Print

Print


In a message dated Tue, 8 Jan 2002 10:39:33 AM Eastern Standard Time, "Jose Pereira" <[log in to unmask]> writes:

> 
> In no way did I intend to hurt your feelings or speak on behalf of other 
> listmembers.
> 
> You may understand that after reading your note about the enlightening and idea-provoking way of reading FQ in this particular way I was quite naturally expecting to find these provoked thoughts (traces of enlightment?)at the end of your own posting, but failed in doing so.
> 
> It's my own point to which I still adhere (not imposing it on anyone on this list, however), that quoting poetry without a commentary may not be quite as 
useful, or thought-provoking, or enlightening, as it would have been if the commentary is attempted in the first place. As simple as that.
> 
> Sorry again if I have involuntarily caused a misunderstanding.
> 
> Cheers
> 
> J.
> 
> PS. For a change, could I suggest that we read EC with "In my end is my 
> beginning" as an opening line? And proceed this way to the very beginning 
> where it (the beginnig) actually proves to be "The end"?
> I found EC laid out in this particular way very thought-provoking lately:-))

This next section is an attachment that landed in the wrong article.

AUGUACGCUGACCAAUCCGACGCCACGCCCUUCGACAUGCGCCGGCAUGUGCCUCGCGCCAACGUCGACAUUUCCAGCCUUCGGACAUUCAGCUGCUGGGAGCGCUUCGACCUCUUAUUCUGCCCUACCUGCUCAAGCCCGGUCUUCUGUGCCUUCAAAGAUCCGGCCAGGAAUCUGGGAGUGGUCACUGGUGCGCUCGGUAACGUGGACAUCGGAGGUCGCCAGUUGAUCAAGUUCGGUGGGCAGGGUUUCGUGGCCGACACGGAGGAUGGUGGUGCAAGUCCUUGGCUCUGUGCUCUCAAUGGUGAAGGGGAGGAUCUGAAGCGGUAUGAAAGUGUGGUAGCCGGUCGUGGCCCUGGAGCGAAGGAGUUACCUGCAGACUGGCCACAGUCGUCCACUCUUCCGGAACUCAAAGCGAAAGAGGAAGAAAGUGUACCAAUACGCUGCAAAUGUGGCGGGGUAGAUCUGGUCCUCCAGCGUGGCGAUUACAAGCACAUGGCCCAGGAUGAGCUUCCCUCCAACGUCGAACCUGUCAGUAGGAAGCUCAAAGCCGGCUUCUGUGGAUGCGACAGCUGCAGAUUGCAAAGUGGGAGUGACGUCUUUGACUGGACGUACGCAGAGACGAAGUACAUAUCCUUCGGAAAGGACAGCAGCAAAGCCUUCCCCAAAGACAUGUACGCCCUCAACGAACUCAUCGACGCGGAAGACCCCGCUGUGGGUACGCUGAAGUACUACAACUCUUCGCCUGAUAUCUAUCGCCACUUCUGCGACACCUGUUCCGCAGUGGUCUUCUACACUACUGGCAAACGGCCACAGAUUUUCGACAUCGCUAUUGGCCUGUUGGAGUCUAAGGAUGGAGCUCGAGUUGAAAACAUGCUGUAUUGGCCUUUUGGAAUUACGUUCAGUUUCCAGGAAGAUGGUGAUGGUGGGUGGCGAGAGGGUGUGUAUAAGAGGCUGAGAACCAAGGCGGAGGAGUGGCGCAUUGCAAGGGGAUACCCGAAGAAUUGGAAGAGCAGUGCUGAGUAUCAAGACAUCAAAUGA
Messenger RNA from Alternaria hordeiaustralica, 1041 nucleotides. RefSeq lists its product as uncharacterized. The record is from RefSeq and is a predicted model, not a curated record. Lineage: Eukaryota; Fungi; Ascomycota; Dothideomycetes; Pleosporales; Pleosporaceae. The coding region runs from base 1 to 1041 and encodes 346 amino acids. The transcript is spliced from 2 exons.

> 

I've addressed your sound observation that commentary -- I would add, if it rises to a certain level -- is preferable to mere text.  However, the fact that I've not come up with commentary by this method for current distribution does not mean that the method is invalid.  The fault may be mine, or due to time constraints.

I take your point regarding non-sequential reading of a work.  Here, however, Eliot chose to regard, as a group, four separate poems, each with five numbered sections.  To those who have read the poems many times in sequence, and have an abiding interest in them, the idea of reading the sections in the way I've proposed is, I believe, rather different than reading any of them backwards.  I suspect, if we had a prolonged discussion on the subject, you would agree.

In any case, apologies over such things are really not necessary -- though, as they say, it never hurts to say you're sorry, even if you don't mean it.  I'm not terribly thin-skinned, and was more intersted in defending my proposed method of reading than in responding to any personal attack. 

Ideally, I'll be able to demonstrate the worth of my proposal by finding something terribly profound to say after employing it.  If not, and more likely, someone else may.  If neither, I still say, no harm done.

Tom K